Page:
Since 1997 the ACC and its partners have conducted poster drives and community meetings with business owners to find solutions, including the launch of the East of the River Anti-Drug Campaign. In January 2006 they adopted their most successful tactic: working with Advisory Neighborhood Commissions to protest the liquor licenses of specific businesses with the hope that the owners will sign voluntary agreements saying that they will not sell drug paraphernalia. By June, 21 business owners had agreed to sign, but only two owners, who did not sign, attended a press conference announcing the agreement. Despite the setback all 32 liquor stores agreed to stop selling drug paraphernalia in 2007.

Cynthia Woodruff-Simms, community resource officer for the Alcoholic Beverage Regulation Administration (ABRA), said in a Washington Post article that “these businesses had never before been protested. This was the first time that residents had protested licenses, and they ended up with 100 percent participation.” The campaign continues, with Mayor Vincent Gray announcing in July that he will support strengthening the drug paraphernalia law.

Environmental Dialogue

The ACC also helped promote environmental issues in Ward 8 by partnering with organizations like the Sierra Club to present community discussions on topics such as green jobs and creating sustainable communities. They also co-sponsored “The East of the River Eco-Expo 2020,” an event that brought representatives from city agencies such as the Department of the Environment, the Water and Sewer Authority, and the Office of the People's Council, as well as organizations like the Anacostia Waterfront Corporation.

Community clean-ups have provided another opportunity. One such campaign centered on posters for events and political candidates, which were eyesores on telephone poles and abandoned buildings and also created hiding places for termites and other vermin. Despite the Go-Go Alliance’s decision in 1995 to stop using posters for events the problem persisted. Then-Ward 8 Councilmember Sandy Allen tried unsuccessfully to gain passage of the “Sign, Advertisement, and Poster Control Act of 1997.” Fortunately the ACC's clean-up efforts helped solve the problem.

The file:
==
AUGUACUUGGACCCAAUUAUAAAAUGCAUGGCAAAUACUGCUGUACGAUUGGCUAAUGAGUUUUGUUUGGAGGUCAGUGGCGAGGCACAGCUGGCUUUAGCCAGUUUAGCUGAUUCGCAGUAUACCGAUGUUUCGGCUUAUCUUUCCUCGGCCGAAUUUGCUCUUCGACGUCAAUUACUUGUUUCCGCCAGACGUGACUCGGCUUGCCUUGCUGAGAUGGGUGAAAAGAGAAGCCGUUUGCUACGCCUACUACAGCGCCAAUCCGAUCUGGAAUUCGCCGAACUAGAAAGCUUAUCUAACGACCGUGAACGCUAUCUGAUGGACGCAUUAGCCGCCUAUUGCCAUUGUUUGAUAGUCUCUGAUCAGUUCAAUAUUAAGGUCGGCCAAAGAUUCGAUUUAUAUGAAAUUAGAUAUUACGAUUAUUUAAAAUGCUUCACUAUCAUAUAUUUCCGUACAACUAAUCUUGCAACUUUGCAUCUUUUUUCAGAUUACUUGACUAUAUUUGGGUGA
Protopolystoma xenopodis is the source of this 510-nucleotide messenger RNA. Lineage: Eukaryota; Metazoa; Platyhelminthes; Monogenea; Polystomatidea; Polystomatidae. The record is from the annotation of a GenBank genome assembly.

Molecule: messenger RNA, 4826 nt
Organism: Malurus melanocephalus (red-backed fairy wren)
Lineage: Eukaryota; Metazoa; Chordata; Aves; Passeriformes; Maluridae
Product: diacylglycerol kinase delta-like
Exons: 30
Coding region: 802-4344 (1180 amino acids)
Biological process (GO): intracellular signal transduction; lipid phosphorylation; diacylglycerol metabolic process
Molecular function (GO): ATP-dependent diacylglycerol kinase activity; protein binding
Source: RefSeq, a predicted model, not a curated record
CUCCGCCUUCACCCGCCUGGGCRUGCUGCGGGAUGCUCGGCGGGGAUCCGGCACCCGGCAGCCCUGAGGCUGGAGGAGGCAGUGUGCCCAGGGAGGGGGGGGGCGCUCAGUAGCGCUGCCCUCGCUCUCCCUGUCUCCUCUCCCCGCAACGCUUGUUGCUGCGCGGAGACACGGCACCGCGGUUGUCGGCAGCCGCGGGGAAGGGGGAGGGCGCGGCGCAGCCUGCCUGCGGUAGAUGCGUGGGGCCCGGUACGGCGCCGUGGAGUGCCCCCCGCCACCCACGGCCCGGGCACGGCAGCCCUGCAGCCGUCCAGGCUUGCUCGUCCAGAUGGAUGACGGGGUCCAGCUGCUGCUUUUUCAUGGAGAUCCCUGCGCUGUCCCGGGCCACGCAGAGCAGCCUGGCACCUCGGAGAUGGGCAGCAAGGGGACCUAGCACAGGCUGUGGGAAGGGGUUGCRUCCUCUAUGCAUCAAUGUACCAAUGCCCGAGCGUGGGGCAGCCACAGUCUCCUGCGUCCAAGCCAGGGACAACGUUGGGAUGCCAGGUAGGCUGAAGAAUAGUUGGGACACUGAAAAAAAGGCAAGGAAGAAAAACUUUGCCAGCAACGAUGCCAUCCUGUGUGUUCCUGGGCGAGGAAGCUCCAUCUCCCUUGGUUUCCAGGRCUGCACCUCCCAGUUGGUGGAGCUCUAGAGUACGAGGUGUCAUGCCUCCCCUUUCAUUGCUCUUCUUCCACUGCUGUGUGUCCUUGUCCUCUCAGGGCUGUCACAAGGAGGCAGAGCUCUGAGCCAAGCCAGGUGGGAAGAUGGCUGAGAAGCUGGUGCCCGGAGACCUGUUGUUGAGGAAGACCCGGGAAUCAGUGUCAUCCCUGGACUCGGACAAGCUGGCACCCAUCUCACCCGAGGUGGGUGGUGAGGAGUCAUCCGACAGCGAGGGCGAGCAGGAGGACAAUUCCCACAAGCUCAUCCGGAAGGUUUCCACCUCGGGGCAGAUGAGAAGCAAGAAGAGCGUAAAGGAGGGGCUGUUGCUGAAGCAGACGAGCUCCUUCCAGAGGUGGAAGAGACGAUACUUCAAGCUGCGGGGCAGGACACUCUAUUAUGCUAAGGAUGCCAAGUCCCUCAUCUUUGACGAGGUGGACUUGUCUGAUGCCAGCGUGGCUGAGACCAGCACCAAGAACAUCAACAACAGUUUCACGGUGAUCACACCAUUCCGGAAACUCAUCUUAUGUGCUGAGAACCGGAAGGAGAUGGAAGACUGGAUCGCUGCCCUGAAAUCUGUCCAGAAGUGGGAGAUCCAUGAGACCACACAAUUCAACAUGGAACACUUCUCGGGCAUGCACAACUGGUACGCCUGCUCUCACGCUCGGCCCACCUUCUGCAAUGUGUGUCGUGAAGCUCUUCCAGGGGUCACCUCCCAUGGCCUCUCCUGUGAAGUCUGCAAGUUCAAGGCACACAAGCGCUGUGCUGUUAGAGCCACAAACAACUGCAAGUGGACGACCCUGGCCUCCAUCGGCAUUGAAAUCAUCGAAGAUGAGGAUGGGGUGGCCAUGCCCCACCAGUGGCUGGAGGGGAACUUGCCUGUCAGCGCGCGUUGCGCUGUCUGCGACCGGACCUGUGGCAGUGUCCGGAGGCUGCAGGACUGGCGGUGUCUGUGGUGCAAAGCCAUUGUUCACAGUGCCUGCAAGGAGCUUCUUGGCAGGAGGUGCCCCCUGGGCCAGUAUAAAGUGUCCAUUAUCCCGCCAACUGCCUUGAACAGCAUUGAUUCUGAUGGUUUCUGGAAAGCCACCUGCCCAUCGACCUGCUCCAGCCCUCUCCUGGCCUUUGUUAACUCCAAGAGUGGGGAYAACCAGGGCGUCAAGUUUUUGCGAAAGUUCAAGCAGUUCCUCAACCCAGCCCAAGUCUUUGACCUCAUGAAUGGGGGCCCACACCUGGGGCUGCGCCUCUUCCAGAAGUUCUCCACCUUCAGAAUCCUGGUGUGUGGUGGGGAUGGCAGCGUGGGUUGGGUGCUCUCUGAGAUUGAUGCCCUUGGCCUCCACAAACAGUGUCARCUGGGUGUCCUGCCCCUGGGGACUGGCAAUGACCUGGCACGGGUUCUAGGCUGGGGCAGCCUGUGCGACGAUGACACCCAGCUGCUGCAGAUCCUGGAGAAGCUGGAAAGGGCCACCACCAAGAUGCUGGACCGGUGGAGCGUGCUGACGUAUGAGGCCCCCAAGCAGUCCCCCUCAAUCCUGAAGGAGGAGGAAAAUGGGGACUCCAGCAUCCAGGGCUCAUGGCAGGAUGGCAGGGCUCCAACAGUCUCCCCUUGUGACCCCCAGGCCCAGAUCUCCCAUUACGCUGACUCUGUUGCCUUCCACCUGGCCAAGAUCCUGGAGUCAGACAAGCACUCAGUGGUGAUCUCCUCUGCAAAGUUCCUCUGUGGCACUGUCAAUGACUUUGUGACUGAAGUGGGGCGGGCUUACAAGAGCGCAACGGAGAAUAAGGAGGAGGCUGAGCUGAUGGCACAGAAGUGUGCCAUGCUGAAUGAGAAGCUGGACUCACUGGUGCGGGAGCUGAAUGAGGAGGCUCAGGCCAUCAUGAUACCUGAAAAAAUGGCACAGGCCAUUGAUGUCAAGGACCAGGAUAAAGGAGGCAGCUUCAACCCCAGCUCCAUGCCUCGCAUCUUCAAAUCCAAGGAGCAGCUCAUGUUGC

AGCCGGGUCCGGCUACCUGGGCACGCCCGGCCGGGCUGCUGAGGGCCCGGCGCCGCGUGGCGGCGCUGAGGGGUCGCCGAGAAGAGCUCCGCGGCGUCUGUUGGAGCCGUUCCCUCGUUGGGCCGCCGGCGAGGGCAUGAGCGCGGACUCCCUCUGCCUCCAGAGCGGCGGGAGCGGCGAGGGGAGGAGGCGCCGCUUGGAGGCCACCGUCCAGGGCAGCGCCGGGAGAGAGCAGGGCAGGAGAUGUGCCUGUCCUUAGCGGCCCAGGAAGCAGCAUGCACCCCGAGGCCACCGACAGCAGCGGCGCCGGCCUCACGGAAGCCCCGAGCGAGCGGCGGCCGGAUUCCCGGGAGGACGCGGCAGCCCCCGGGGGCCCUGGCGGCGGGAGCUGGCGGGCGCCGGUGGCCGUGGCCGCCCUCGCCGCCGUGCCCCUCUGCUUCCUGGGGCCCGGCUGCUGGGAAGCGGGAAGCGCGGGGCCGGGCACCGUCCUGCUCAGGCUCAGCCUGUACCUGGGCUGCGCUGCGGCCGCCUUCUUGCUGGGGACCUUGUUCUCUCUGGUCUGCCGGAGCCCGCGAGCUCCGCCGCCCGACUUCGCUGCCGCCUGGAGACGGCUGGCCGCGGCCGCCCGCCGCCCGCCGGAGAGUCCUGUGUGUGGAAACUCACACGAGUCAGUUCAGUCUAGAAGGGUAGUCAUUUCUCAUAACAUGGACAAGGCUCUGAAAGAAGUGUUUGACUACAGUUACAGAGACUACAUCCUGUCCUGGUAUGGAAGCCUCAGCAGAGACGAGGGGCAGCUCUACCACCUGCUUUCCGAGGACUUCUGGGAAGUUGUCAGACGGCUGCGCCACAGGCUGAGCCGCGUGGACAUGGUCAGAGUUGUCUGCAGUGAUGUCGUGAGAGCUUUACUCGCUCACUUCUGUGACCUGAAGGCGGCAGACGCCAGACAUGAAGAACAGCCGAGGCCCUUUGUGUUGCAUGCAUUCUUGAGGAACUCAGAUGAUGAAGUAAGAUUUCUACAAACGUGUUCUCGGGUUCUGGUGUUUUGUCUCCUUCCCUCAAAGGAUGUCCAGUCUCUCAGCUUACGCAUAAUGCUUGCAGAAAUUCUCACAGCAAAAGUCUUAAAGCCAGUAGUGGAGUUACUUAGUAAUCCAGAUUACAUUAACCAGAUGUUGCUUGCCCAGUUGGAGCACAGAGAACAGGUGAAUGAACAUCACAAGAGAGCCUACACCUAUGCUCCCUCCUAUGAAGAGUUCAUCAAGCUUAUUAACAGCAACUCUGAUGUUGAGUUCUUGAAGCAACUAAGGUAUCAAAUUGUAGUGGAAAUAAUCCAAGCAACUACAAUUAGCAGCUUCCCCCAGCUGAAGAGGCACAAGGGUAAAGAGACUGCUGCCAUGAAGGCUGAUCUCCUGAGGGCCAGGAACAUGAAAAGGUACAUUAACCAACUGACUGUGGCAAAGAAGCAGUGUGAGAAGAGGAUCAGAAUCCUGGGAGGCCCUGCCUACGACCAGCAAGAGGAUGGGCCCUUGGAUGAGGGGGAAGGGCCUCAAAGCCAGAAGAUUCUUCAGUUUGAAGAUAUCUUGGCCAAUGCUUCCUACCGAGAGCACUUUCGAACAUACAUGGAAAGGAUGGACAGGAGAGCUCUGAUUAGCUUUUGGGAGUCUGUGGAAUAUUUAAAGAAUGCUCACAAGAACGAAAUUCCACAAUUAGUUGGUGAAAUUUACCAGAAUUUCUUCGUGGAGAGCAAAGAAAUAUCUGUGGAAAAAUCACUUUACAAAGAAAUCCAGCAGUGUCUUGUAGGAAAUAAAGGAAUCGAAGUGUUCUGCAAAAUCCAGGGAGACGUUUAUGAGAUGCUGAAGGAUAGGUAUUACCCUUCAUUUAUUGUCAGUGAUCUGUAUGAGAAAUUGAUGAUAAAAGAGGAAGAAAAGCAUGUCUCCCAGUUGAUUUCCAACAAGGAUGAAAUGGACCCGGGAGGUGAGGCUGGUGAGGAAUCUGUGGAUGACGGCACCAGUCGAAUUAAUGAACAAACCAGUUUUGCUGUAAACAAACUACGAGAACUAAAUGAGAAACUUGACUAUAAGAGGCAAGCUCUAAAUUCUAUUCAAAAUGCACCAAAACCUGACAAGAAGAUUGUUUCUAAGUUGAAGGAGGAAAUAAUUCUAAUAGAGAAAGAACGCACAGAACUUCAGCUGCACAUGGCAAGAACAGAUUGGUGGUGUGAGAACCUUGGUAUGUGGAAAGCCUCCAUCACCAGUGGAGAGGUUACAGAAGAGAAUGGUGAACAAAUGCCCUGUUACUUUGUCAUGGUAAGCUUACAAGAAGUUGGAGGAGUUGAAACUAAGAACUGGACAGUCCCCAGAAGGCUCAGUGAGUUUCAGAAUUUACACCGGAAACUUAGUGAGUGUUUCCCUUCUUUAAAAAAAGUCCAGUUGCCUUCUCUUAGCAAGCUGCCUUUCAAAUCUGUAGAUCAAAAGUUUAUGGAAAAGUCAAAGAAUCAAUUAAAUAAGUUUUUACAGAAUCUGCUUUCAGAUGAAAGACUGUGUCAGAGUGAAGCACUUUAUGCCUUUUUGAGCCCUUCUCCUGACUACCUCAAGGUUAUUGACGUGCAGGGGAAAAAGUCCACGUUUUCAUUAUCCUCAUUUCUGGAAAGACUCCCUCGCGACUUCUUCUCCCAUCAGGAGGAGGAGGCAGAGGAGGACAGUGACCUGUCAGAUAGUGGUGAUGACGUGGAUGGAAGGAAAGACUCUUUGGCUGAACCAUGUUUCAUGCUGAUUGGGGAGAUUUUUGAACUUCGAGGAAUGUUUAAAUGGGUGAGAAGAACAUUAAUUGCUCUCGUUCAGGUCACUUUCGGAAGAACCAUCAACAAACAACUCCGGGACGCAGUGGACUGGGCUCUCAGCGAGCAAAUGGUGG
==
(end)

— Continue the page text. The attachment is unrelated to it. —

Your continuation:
The ACC Board

The ACC also boasts a large board of elected officers, community leaders, and residents. One member is Ward 6 Councilmember Tommy Wells. “This year has seen Anacostia flourish with new investments from the Anacostia Playhouse to Uniontown Bar & Grill, from fitness trails to community engagement, and the Anacostia Coordinating Council has been a leader in these wonderful accomplishments,” he said in a statement. “There is much, much more work ahead of us. I remain committed to furthering investments in Anacostia and neighborhoods east of the river to ensure this is a city where everyone can live, work and raise a family regardless of where they live.”